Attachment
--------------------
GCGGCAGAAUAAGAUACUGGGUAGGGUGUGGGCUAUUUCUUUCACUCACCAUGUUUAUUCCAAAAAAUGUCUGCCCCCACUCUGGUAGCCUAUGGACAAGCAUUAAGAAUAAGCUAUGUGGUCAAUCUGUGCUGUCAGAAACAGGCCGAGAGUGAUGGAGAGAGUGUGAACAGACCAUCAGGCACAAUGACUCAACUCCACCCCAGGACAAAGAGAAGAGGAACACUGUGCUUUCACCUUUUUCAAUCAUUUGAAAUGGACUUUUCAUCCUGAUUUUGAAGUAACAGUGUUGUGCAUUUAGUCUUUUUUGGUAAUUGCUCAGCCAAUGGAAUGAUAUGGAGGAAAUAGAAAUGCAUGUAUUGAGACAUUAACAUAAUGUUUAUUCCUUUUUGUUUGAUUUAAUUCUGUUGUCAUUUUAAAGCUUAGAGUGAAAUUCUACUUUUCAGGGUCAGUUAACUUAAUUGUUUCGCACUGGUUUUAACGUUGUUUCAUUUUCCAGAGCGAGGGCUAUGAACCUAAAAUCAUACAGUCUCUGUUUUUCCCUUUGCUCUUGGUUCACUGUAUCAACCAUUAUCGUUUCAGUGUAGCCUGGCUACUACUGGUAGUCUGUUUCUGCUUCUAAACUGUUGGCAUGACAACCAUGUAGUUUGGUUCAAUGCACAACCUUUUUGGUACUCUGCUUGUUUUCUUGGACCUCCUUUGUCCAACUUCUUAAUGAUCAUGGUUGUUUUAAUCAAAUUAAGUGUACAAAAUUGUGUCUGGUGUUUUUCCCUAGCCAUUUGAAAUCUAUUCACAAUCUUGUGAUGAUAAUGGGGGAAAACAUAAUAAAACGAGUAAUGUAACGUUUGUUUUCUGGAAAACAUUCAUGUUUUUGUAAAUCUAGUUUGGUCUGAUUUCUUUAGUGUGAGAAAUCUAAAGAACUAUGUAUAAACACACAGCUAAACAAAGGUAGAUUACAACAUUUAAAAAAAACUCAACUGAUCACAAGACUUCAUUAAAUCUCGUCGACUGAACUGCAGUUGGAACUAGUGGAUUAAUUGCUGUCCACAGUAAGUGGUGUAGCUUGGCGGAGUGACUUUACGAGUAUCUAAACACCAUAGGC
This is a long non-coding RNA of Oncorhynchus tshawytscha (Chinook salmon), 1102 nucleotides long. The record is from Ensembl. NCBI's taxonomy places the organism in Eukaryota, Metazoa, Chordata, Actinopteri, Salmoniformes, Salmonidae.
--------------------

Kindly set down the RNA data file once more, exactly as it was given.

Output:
GCGGCAGAAUAAGAUACUGGGUAGGGUGUGGGCUAUUUCUUUCACUCACCAUGUUUAUUCCAAAAAAUGUCUGCCCCCACUCUGGUAGCCUAUGGACAAGCAUUAAGAAUAAGCUAUGUGGUCAAUCUGUGCUGUCAGAAACAGGCCGAGAGUGAUGGAGAGAGUGUGAACAGACCAUCAGGCACAAUGACUCAACUCCACCCCAGGACAAAGAGAAGAGGAACACUGUGCUUUCACCUUUUUCAAUCAUUUGAAAUGGACUUUUCAUCCUGAUUUUGAAGUAACAGUGUUGUGCAUUUAGUCUUUUUUGGUAAUUGCUCAGCCAAUGGAAUGAUAUGGAGGAAAUAGAAAUGCAUGUAUUGAGACAUUAACAUAAUGUUUAUUCCUUUUUGUUUGAUUUAAUUCUGUUGUCAUUUUAAAGCUUAGAGUGAAAUUCUACUUUUCAGGGUCAGUUAACUUAAUUGUUUCGCACUGGUUUUAACGUUGUUUCAUUUUCCAGAGCGAGGGCUAUGAACCUAAAAUCAUACAGUCUCUGUUUUUCCCUUUGCUCUUGGUUCACUGUAUCAACCAUUAUCGUUUCAGUGUAGCCUGGCUACUACUGGUAGUCUGUUUCUGCUUCUAAACUGUUGGCAUGACAACCAUGUAGUUUGGUUCAAUGCACAACCUUUUUGGUACUCUGCUUGUUUUCUUGGACCUCCUUUGUCCAACUUCUUAAUGAUCAUGGUUGUUUUAAUCAAAUUAAGUGUACAAAAUUGUGUCUGGUGUUUUUCCCUAGCCAUUUGAAAUCUAUUCACAAUCUUGUGAUGAUAAUGGGGGAAAACAUAAUAAAACGAGUAAUGUAACGUUUGUUUUCUGGAAAACAUUCAUGUUUUUGUAAAUCUAGUUUGGUCUGAUUUCUUUAGUGUGAGAAAUCUAAAGAACUAUGUAUAAACACACAGCUAAACAAAGGUAGAUUACAACAUUUAAAAAAAACUCAACUGAUCACAAGACUUCAUUAAAUCUCGUCGACUGAACUGCAGUUGGAACUAGUGGAUUAAUUGCUGUCCACAGUAAGUGGUGUAGCUUGGCGGAGUGACUUUACGAGUAUCUAAACACCAUAGGC
This is a long non-coding RNA of Oncorhynchus tshawytscha (Chinook salmon), 1102 nucleotides long. The record is from Ensembl. NCBI's taxonomy places the organism in Eukaryota, Metazoa, Chordata, Actinopteri, Salmoniformes, Salmonidae.